What went wrong: Pegged as two-way player when he arrived in Chicago, Porter didn’t do all that much on the defensive end. The Bulls were 1.1 points per 100 possessions better defensively when Porter sat than when he played. It’s a small sample size, and the Bulls defense was a mess regardless of who was or wasn’t on the floor, but it’s hard to pick out any real significant defensive plays that Porter made in his 15 games.

The Stat: 111.5

We’ll disclaim here that it was just a 17-game sample size, but that’s still more than 20 percent of the season. In the 17 games between Porter’s acquisition and when he was shut down for the remainder of the season, the Bulls’ 111.5 offensive rating was ninth best in the NBA, better than teams such as the Warriors, Hawks, Sixers and Nuggets.

What’s more, their turnover percentage (13.3%, 13th), effective field goal percentage (53.0%, 11th) and offensive rebound percentage (26.1%, 15th) were all top half of the league. It was their best stretch of the season, and it was no coincidence that it came while Porter was in the lineup and healthy. Small-ish sample size? Yes. Still promising? Yes.

2019-20 Expectations: A lot. No, the Bulls didn’t give Porter that massive contract. But it’s going to stick with him as long as the Bulls are paying him. Expectations are clear: Continue to be an elite 3-point shooter and move the ball – whether it be around the perimeter or in pick-and-roll action – once the defense shifts.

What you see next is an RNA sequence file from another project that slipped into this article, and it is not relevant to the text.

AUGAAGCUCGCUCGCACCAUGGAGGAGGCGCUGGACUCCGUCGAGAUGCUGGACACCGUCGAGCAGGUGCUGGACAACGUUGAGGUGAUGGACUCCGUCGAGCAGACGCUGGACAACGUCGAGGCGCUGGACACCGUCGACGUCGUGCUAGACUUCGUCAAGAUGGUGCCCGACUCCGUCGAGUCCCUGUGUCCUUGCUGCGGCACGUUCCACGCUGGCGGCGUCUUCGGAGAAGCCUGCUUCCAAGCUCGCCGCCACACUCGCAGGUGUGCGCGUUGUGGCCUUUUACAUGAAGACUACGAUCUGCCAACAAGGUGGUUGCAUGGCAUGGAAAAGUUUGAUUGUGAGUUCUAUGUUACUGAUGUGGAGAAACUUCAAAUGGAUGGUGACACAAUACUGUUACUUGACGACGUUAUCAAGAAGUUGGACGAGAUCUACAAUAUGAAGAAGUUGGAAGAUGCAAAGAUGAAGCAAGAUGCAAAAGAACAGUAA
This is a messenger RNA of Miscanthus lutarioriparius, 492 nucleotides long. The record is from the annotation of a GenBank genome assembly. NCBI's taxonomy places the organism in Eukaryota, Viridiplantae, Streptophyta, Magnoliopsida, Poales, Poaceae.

Speaking of defense, Porter will be tasked with changing the narrative in Chicago. The Bulls need to improve their defense if they’re going to have any change of competing for a playoff spot and much of that responsibility will fall on Porter. He’ll routinely be guarding the opponent’s best wing and will need to hide Zach LaVine at times. It’s a tall order, but it comes with the territory while making $27 million per year.

NBA Draft: What the Bulls would get in Ja Morant

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USA TODAY

NBA Draft: What the Bulls would get in Ja Morant